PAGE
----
Faine Opines

Southeast Asia, liberation technology, drones, and pontification

Tag: slate

Training Birds of Prey with a Drone, As One Does

goshawkderp

“Imagine for a moment that you are a person who owns a falcon. You don’t own the falcon just to have an unusual and intimidating pet but because you are a licensed falconer, among the growing ranks of Americans dedicated to the ancient and complex art of training birds of prey to hunt in partnership with humans. As part of your falcon’s schooling process, you must teach her to fly high, high enough to scan for prey and gain enough altitude to speedily swoop down on a smaller animal—and this is a challenging task, especially if you are a human being who is stuck on the ground. An increasing number of falconers around the world are solving this ancient logistical problem with a decidedly modern tool: a drone.”

My latest for Slate is about how you can use a drone to train your falcon (or hawk) to hunt more effectively. This was a lot of fun to write, mainly because life rarely affords me a chance to pester professional falconers about their work. I hope you like it too.

h is for hawk

I decided to read “H is for Hawk” as I was writing this piece, which did indeed provide me with some interesting insight into how falconry works, but also was the most enjoyable reading experience I’ve had this year. On one level, it is a great exercise in writing about a esoteric or technical topic in a way that is not even a little dry. Helen MacDonald writes like an old kind of writer, I guess, which is inadequate but the only way I can put it. It was not surprising then that she had so much affection for E.B. White.

I’ve also had a long weird relationship with White’s writing, but also a kind of profound one. “The Once and Future King,” naturally – a book that actually can grow with you, one I’ll likely end up reading every five years or so until I’m dead. The book I read when I was 8 is not the same as the one I read at 17, and then it meant the most of all at 22. MacDonald captures with her simultaneous grief over her father and the agonizing and bizarre process of hawk-training what White means – this bizarre, eccentric man who so well conveyed emotional pain, uncertainty, fear.

Anyway, you should really read it.

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Drone Racing at MakerFaire – Slate Piece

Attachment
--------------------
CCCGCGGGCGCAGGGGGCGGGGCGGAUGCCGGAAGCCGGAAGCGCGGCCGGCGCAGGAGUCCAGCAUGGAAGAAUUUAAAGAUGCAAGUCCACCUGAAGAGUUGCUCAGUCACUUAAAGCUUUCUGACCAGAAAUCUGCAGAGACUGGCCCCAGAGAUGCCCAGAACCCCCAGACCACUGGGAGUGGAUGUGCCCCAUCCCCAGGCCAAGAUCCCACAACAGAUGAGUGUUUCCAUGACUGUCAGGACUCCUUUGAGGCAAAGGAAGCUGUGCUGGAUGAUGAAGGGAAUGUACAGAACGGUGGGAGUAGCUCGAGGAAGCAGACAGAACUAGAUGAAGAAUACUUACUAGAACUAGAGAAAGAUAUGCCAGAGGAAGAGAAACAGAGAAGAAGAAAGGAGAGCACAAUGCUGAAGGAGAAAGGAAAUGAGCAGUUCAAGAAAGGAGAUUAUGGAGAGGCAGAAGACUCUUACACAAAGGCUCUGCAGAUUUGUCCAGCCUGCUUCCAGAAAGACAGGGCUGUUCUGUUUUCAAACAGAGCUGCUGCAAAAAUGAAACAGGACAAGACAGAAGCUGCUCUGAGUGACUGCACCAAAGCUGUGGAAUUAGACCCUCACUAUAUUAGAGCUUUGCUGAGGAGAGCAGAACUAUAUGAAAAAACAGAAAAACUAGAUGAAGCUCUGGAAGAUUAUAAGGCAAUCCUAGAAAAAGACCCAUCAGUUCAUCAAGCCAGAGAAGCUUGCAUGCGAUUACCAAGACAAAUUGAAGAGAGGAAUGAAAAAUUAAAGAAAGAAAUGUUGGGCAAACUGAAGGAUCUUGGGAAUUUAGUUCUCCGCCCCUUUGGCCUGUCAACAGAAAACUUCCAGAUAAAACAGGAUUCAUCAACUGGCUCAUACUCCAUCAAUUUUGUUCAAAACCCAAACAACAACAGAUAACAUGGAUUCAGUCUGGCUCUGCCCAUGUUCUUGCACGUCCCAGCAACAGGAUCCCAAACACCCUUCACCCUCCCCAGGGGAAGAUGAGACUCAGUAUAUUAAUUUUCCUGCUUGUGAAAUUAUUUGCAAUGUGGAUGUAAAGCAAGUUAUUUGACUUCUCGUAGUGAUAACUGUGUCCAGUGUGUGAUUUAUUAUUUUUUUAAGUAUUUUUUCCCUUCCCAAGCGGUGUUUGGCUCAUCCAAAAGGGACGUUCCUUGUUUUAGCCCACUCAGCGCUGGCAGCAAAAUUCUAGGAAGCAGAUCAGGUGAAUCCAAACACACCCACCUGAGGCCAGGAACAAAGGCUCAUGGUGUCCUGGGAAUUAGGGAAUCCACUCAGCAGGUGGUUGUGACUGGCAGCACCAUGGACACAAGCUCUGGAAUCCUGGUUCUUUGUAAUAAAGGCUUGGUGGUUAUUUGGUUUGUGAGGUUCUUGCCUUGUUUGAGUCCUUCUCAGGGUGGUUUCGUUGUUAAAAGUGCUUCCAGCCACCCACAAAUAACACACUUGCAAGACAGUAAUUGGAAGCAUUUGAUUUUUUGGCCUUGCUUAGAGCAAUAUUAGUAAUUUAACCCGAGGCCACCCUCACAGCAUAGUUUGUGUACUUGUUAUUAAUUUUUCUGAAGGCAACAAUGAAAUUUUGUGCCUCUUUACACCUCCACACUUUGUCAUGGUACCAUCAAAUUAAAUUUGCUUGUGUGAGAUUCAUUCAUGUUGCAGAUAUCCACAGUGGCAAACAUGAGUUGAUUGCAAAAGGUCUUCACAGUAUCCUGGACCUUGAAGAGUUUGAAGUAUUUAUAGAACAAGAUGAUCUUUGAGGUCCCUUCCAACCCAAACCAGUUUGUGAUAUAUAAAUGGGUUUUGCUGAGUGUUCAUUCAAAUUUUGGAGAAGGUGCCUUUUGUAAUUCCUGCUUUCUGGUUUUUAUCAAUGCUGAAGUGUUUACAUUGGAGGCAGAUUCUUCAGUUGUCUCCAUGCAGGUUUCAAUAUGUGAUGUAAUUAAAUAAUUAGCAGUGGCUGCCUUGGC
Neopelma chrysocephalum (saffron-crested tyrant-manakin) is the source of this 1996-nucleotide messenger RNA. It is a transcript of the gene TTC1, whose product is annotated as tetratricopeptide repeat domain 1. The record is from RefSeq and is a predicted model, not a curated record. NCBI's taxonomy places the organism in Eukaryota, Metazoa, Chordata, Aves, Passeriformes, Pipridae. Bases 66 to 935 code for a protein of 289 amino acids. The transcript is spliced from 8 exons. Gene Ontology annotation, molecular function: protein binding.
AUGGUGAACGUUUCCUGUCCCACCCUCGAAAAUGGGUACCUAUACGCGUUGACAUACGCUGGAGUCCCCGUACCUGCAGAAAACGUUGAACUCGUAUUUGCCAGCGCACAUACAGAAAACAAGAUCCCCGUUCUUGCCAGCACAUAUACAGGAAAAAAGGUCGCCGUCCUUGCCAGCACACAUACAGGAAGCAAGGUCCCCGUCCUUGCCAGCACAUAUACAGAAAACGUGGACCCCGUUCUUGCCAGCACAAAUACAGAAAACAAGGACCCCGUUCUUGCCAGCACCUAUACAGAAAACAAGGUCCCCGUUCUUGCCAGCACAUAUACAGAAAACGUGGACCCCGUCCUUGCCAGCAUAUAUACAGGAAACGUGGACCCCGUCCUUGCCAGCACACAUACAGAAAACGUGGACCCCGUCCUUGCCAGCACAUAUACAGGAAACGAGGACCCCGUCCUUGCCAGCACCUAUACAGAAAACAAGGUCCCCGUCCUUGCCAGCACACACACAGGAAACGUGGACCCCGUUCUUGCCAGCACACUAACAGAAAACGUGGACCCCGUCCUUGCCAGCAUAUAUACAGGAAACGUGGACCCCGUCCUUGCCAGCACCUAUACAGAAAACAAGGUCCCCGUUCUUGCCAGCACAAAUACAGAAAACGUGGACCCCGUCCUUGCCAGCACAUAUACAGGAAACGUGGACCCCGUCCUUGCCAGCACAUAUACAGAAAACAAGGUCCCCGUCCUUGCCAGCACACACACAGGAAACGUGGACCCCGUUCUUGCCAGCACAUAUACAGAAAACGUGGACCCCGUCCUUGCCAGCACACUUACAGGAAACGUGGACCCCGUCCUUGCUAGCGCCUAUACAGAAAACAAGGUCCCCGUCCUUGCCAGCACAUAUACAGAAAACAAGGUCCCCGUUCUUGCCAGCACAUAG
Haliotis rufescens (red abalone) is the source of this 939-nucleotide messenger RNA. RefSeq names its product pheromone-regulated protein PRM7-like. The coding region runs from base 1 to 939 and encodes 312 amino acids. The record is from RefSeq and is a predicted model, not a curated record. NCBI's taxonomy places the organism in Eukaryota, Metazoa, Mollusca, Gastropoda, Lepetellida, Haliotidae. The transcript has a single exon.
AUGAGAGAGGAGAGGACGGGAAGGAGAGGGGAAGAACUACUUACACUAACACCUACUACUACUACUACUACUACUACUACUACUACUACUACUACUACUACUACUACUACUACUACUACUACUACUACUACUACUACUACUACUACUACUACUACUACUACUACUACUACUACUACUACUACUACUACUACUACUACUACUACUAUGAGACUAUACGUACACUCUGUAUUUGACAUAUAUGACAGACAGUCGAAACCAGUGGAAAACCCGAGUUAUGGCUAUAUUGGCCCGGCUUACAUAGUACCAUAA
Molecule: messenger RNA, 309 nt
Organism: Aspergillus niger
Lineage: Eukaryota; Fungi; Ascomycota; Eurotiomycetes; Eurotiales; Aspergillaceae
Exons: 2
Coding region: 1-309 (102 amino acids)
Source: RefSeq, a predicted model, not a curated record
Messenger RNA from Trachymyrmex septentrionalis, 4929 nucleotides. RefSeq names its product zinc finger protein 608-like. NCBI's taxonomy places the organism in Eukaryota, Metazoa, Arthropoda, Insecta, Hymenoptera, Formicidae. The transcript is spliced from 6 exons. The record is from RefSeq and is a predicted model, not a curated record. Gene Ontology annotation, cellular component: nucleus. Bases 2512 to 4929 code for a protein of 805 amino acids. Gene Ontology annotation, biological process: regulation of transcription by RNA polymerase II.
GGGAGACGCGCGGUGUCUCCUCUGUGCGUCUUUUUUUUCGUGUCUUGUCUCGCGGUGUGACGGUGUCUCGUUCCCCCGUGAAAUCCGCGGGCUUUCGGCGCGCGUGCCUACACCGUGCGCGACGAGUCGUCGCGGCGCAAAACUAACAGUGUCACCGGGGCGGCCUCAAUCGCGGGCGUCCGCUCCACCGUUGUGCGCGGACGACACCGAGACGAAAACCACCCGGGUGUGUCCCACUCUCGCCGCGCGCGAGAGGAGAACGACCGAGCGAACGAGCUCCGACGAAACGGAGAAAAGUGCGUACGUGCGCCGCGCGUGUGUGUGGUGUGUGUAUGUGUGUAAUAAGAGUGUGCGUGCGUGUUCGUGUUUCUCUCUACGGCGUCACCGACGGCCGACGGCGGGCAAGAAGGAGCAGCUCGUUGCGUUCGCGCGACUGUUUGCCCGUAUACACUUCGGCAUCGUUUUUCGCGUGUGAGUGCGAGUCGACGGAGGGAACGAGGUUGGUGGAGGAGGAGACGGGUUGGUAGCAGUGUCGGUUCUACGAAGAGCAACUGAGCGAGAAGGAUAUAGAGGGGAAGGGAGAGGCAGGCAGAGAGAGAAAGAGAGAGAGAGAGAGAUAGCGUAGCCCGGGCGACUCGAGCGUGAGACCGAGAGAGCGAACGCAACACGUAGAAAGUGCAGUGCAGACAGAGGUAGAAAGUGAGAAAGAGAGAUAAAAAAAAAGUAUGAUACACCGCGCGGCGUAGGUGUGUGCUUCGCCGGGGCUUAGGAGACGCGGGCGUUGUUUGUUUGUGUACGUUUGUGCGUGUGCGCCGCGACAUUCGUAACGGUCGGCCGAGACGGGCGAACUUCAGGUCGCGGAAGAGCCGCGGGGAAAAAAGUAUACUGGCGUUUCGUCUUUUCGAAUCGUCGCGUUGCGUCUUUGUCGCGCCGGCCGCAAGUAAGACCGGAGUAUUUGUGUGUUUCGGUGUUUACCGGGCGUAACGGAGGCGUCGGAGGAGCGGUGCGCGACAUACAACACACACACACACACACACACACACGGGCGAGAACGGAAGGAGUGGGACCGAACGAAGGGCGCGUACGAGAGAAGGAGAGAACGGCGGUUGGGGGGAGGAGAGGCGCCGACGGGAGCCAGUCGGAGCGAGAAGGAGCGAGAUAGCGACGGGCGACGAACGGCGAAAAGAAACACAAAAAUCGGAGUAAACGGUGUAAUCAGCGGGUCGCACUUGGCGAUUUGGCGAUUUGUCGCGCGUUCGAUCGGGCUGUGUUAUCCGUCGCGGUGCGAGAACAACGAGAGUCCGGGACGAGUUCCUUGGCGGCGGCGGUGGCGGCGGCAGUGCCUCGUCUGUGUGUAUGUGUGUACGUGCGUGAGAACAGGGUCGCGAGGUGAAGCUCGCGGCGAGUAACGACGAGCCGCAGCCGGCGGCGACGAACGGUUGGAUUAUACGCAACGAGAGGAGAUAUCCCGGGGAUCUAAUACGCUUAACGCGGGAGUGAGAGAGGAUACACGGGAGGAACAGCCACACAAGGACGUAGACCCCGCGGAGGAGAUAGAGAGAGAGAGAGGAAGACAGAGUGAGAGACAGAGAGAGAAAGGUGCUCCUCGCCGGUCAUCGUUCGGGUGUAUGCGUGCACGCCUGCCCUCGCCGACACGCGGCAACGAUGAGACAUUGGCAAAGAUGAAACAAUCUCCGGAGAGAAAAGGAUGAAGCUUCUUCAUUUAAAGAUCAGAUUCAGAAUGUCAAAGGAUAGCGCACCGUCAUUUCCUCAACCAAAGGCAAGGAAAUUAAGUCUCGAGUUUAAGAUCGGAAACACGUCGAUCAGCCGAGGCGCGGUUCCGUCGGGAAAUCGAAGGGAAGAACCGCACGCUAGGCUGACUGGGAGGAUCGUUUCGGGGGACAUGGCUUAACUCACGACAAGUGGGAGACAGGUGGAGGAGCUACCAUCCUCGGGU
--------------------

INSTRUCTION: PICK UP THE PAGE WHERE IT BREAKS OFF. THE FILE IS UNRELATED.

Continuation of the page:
I wrote about the new sport – and yeah, it’s a sport – of drone racing for Slate. I headed to World Makerfaire in Queens at the end of September, which was definitely the first time I’ve ever been out to Queens. (It takes a long time when you’re heading in from Brooklyn, as it turns out, though I’m glad the NYC subway has a flat fare).

Drone racing was a huge hit at World MakerFaire 2015, and it was fascinating to watch the public reception, considering that I’d only just become aware of the sports existence a year ago. Here’s hoping we’ll soon be able to bet on high-tech drone races in Macau and Monaco in the not so distant future. Check out the Aerial Sports League for more information.

Some bonus photographs from the event, which didn’t make it onto Slate:

 

ken loo profile golder

Kenneth Loo on the field. FPV goggles are at least semi-cool, if you ask me.

eli tinkering

Eli attaching a baseball to a Hiro battle drone,  since,  duh, what else are you going to do?

jason con drone

Jason fixing a drone before getting back into the race.

reiner and jason

Reiner is having some sort of strong opinion here but I can’t remember what it was.

fighting drones and kids

In which I experiment with action photography settings on my D600.

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How Drones can Protect Indigenous Land Rights – Latest for Slate

The countryside in Flores. Which is not Borneo, but I like the picture.

The countryside in Flores. Which is not Borneo, but I like the picture.

Drones to the Rescue: how unmanned aerial vehicles can help indigenous people protect their land – Slate 

My latest on Future Tense, documenting how inexpensive UAVs can help indigenous people (and other people without much access to resources) document where they live and what they own. From an interview with Irendra Radjawali, a fascinating Indonesian geographer who begun pioneering this kind of work with the Dayaks of Borneo, with some inroads into Papua and Bali. It’s really cool stuff.

I think this is going to be a particularly important usage of drones, and I hope to do more writing and research on that potential in the near future.

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